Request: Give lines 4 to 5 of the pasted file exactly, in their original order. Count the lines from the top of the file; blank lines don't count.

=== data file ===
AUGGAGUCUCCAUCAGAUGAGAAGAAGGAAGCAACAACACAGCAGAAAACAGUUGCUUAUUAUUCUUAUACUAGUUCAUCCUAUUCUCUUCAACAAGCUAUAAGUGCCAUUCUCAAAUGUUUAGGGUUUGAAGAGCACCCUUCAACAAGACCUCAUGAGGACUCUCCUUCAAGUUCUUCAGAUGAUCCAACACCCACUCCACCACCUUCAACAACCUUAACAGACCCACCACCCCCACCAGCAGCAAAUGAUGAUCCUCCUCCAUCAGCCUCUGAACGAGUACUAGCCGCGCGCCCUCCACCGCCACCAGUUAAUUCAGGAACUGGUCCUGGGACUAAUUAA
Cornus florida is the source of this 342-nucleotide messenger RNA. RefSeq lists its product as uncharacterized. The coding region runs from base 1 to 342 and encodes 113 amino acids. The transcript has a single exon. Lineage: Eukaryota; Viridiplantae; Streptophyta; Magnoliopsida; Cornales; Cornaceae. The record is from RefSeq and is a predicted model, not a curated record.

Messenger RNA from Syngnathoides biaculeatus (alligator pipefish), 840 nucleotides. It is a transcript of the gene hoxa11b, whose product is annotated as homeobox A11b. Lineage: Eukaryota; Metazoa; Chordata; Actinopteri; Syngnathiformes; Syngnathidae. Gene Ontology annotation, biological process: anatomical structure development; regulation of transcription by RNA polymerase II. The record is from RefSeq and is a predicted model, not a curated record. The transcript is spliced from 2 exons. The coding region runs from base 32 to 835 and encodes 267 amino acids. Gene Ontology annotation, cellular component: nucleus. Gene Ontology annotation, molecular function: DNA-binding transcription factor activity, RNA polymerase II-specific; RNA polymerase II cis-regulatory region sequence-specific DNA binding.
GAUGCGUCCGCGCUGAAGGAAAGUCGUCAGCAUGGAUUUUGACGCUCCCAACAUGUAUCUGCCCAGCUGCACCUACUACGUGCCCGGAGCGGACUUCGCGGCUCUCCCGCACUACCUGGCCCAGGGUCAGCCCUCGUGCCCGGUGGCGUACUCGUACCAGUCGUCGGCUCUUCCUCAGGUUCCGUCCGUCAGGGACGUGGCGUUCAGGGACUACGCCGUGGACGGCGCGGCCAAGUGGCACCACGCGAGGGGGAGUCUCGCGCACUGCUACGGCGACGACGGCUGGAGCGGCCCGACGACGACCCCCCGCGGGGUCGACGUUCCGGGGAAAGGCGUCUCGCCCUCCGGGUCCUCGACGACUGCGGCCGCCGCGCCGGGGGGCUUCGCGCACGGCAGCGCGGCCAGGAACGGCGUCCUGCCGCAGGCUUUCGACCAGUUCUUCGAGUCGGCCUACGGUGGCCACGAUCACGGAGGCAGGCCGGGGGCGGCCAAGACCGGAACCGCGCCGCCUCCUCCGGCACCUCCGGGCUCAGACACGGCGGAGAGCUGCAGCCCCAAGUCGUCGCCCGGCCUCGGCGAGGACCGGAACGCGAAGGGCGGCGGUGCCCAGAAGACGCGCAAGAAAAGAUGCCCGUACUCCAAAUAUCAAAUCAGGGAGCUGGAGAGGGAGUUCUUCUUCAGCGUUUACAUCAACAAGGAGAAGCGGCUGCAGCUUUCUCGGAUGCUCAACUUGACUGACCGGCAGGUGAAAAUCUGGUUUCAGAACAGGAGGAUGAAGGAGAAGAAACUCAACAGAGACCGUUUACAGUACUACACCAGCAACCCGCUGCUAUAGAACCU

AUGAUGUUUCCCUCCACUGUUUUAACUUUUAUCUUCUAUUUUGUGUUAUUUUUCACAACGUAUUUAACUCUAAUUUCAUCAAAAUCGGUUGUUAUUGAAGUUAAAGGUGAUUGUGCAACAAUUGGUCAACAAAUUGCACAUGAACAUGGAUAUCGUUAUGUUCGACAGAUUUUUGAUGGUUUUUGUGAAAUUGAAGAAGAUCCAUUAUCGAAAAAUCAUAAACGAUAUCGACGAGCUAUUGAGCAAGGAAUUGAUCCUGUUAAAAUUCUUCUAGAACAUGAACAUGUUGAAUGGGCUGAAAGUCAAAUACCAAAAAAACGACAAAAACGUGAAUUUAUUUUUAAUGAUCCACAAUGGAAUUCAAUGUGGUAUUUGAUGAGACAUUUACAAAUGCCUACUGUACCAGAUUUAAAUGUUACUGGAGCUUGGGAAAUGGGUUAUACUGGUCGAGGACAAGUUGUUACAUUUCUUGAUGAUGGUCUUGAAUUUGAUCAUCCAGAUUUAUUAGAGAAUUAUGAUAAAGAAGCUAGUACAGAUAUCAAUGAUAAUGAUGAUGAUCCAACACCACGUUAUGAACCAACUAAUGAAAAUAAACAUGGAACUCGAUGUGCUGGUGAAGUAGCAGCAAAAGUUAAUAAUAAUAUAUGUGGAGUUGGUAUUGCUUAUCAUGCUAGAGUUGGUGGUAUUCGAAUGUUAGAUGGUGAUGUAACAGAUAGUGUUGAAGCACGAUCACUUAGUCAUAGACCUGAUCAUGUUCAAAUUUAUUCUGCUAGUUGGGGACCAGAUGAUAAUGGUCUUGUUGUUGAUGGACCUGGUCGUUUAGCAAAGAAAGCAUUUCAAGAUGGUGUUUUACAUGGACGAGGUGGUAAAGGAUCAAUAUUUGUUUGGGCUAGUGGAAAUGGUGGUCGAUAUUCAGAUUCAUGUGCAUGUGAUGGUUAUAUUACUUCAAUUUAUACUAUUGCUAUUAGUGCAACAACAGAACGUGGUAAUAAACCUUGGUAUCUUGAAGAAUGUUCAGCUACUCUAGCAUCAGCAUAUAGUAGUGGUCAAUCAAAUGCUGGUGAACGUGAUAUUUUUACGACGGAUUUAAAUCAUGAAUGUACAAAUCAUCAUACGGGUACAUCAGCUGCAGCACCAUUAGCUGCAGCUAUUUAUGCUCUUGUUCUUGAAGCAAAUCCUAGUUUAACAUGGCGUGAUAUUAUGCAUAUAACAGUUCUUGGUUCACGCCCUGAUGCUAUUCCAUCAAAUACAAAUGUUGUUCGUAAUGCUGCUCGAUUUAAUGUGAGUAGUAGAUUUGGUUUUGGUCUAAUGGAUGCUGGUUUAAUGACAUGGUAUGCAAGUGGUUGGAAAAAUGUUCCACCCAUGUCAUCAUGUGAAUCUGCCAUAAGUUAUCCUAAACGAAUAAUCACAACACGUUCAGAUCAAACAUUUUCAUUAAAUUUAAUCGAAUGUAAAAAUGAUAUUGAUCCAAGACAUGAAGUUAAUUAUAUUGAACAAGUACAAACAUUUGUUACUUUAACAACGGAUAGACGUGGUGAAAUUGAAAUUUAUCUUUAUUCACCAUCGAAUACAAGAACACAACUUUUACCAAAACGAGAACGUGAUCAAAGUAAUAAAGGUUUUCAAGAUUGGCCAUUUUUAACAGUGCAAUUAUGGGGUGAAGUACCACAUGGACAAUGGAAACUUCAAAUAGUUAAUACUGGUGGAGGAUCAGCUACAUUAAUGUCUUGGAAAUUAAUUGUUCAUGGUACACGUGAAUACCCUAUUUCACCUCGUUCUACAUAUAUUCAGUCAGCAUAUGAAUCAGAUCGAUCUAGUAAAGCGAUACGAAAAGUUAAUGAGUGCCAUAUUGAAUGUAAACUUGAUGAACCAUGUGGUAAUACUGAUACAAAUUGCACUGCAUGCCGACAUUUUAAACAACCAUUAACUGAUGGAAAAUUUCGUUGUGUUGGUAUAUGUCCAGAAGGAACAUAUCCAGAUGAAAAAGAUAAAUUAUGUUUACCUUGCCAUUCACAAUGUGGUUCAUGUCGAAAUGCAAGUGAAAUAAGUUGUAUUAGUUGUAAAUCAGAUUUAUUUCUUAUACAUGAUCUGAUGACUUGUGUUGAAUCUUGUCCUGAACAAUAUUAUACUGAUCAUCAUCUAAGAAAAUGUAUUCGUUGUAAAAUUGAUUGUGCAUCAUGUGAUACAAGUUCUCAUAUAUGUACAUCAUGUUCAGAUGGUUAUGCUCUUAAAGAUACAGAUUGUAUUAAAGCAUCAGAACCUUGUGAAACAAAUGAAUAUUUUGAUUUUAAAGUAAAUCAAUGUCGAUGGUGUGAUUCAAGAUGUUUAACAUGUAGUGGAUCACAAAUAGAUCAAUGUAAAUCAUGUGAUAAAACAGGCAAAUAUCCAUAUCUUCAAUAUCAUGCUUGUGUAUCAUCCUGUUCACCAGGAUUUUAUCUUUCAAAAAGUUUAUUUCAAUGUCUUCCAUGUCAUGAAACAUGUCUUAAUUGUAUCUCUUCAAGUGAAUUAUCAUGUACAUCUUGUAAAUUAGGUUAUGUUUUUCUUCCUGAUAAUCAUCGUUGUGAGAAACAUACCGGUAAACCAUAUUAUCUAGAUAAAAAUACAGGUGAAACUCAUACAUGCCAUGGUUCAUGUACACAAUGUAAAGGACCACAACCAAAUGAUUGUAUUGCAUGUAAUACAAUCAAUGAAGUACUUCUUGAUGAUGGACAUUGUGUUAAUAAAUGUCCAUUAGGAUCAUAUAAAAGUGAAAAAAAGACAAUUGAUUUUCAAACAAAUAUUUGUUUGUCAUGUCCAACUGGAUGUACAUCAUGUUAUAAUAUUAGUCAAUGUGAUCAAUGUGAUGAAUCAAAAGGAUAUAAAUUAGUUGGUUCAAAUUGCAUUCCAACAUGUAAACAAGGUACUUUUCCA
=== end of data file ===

GAUGCGUCCGCGCUGAAGGAAAGUCGUCAGCAUGGAUUUUGACGCUCCCAACAUGUAUCUGCCCAGCUGCACCUACUACGUGCCCGGAGCGGACUUCGCGGCUCUCCCGCACUACCUGGCCCAGGGUCAGCCCUCGUGCCCGGUGGCGUACUCGUACCAGUCGUCGGCUCUUCCUCAGGUUCCGUCCGUCAGGGACGUGGCGUUCAGGGACUACGCCGUGGACGGCGCGGCCAAGUGGCACCACGCGAGGGGGAGUCUCGCGCACUGCUACGGCGACGACGGCUGGAGCGGCCCGACGACGACCCCCCGCGGGGUCGACGUUCCGGGGAAAGGCGUCUCGCCCUCCGGGUCCUCGACGACUGCGGCCGCCGCGCCGGGGGGCUUCGCGCACGGCAGCGCGGCCAGGAACGGCGUCCUGCCGCAGGCUUUCGACCAGUUCUUCGAGUCGGCCUACGGUGGCCACGAUCACGGAGGCAGGCCGGGGGCGGCCAAGACCGGAACCGCGCCGCCUCCUCCGGCACCUCCGGGCUCAGACACGGCGGAGAGCUGCAGCCCCAAGUCGUCGCCCGGCCUCGGCGAGGACCGGAACGCGAAGGGCGGCGGUGCCCAGAAGACGCGCAAGAAAAGAUGCCCGUACUCCAAAUAUCAAAUCAGGGAGCUGGAGAGGGAGUUCUUCUUCAGCGUUUACAUCAACAAGGAGAAGCGGCUGCAGCUUUCUCGGAUGCUCAACUUGACUGACCGGCAGGUGAAAAUCUGGUUUCAGAACAGGAGGAUGAAGGAGAAGAAACUCAACAGAGACCGUUUACAGUACUACACCAGCAACCCGCUGCUAUAGAACCU

AUGAUGUUUCCCUCCACUGUUUUAACUUUUAUCUUCUAUUUUGUGUUAUUUUUCACAACGUAUUUAACUCUAAUUUCAUCAAAAUCGGUUGUUAUUGAAGUUAAAGGUGAUUGUGCAACAAUUGGUCAACAAAUUGCACAUGAACAUGGAUAUCGUUAUGUUCGACAGAUUUUUGAUGGUUUUUGUGAAAUUGAAGAAGAUCCAUUAUCGAAAAAUCAUAAACGAUAUCGACGAGCUAUUGAGCAAGGAAUUGAUCCUGUUAAAAUUCUUCUAGAACAUGAACAUGUUGAAUGGGCUGAAAGUCAAAUACCAAAAAAACGACAAAAACGUGAAUUUAUUUUUAAUGAUCCACAAUGGAAUUCAAUGUGGUAUUUGAUGAGACAUUUACAAAUGCCUACUGUACCAGAUUUAAAUGUUACUGGAGCUUGGGAAAUGGGUUAUACUGGUCGAGGACAAGUUGUUACAUUUCUUGAUGAUGGUCUUGAAUUUGAUCAUCCAGAUUUAUUAGAGAAUUAUGAUAAAGAAGCUAGUACAGAUAUCAAUGAUAAUGAUGAUGAUCCAACACCACGUUAUGAACCAACUAAUGAAAAUAAACAUGGAACUCGAUGUGCUGGUGAAGUAGCAGCAAAAGUUAAUAAUAAUAUAUGUGGAGUUGGUAUUGCUUAUCAUGCUAGAGUUGGUGGUAUUCGAAUGUUAGAUGGUGAUGUAACAGAUAGUGUUGAAGCACGAUCACUUAGUCAUAGACCUGAUCAUGUUCAAAUUUAUUCUGCUAGUUGGGGACCAGAUGAUAAUGGUCUUGUUGUUGAUGGACCUGGUCGUUUAGCAAAGAAAGCAUUUCAAGAUGGUGUUUUACAUGGACGAGGUGGUAAAGGAUCAAUAUUUGUUUGGGCUAGUGGAAAUGGUGGUCGAUAUUCAGAUUCAUGUGCAUGUGAUGGUUAUAUUACUUCAAUUUAUACUAUUGCUAUUAGUGCAACAACAGAACGUGGUAAUAAACCUUGGUAUCUUGAAGAAUGUUCAGCUACUCUAGCAUCAGCAUAUAGUAGUGGUCAAUCAAAUGCUGGUGAACGUGAUAUUUUUACGACGGAUUUAAAUCAUGAAUGUACAAAUCAUCAUACGGGUACAUCAGCUGCAGCACCAUUAGCUGCAGCUAUUUAUGCUCUUGUUCUUGAAGCAAAUCCUAGUUUAACAUGGCGUGAUAUUAUGCAUAUAACAGUUCUUGGUUCACGCCCUGAUGCUAUUCCAUCAAAUACAAAUGUUGUUCGUAAUGCUGCUCGAUUUAAUGUGAGUAGUAGAUUUGGUUUUGGUCUAAUGGAUGCUGGUUUAAUGACAUGGUAUGCAAGUGGUUGGAAAAAUGUUCCACCCAUGUCAUCAUGUGAAUCUGCCAUAAGUUAUCCUAAACGAAUAAUCACAACACGUUCAGAUCAAACAUUUUCAUUAAAUUUAAUCGAAUGUAAAAAUGAUAUUGAUCCAAGACAUGAAGUUAAUUAUAUUGAACAAGUACAAACAUUUGUUACUUUAACAACGGAUAGACGUGGUGAAAUUGAAAUUUAUCUUUAUUCACCAUCGAAUACAAGAACACAACUUUUACCAAAACGAGAACGUGAUCAAAGUAAUAAAGGUUUUCAAGAUUGGCCAUUUUUAACAGUGCAAUUAUGGGGUGAAGUACCACAUGGACAAUGGAAACUUCAAAUAGUUAAUACUGGUGGAGGAUCAGCUACAUUAAUGUCUUGGAAAUUAAUUGUUCAUGGUACACGUGAAUACCCUAUUUCACCUCGUUCUACAUAUAUUCAGUCAGCAUAUGAAUCAGAUCGAUCUAGUAAAGCGAUACGAAAAGUUAAUGAGUGCCAUAUUGAAUGUAAACUUGAUGAACCAUGUGGUAAUACUGAUACAAAUUGCACUGCAUGCCGACAUUUUAAACAACCAUUAACUGAUGGAAAAUUUCGUUGUGUUGGUAUAUGUCCAGAAGGAACAUAUCCAGAUGAAAAAGAUAAAUUAUGUUUACCUUGCCAUUCACAAUGUGGUUCAUGUCGAAAUGCAAGUGAAAUAAGUUGUAUUAGUUGUAAAUCAGAUUUAUUUCUUAUACAUGAUCUGAUGACUUGUGUUGAAUCUUGUCCUGAACAAUAUUAUACUGAUCAUCAUCUAAGAAAAUGUAUUCGUUGUAAAAUUGAUUGUGCAUCAUGUGAUACAAGUUCUCAUAUAUGUACAUCAUGUUCAGAUGGUUAUGCUCUUAAAGAUACAGAUUGUAUUAAAGCAUCAGAACCUUGUGAAACAAAUGAAUAUUUUGAUUUUAAAGUAAAUCAAUGUCGAUGGUGUGAUUCAAGAUGUUUAACAUGUAGUGGAUCACAAAUAGAUCAAUGUAAAUCAUGUGAUAAAACAGGCAAAUAUCCAUAUCUUCAAUAUCAUGCUUGUGUAUCAUCCUGUUCACCAGGAUUUUAUCUUUCAAAAAGUUUAUUUCAAUGUCUUCCAUGUCAUGAAACAUGUCUUAAUUGUAUCUCUUCAAGUGAAUUAUCAUGUACAUCUUGUAAAUUAGGUUAUGUUUUUCUUCCUGAUAAUCAUCGUUGUGAGAAACAUACCGGUAAACCAUAUUAUCUAGAUAAAAAUACAGGUGAAACUCAUACAUGCCAUGGUUCAUGUACACAAUGUAAAGGACCACAACCAAAUGAUUGUAUUGCAUGUAAUACAAUCAAUGAAGUACUUCUUGAUGAUGGACAUUGUGUUAAUAAAUGUCCAUUAGGAUCAUAUAAAAGUGAAAAAAAGACAAUUGAUUUUCAAACAAAUAUUUGUUUGUCAUGUCCAACUGGAUGUACAUCAUGUUAUAAUAUUAGUCAAUGUGAUCAAUGUGAUGAAUCAAAAGGAUAUAAAUUAGUUGGUUCAAAUUGCAUUCCAACAUGUAAACAAGGUACUUUUCCA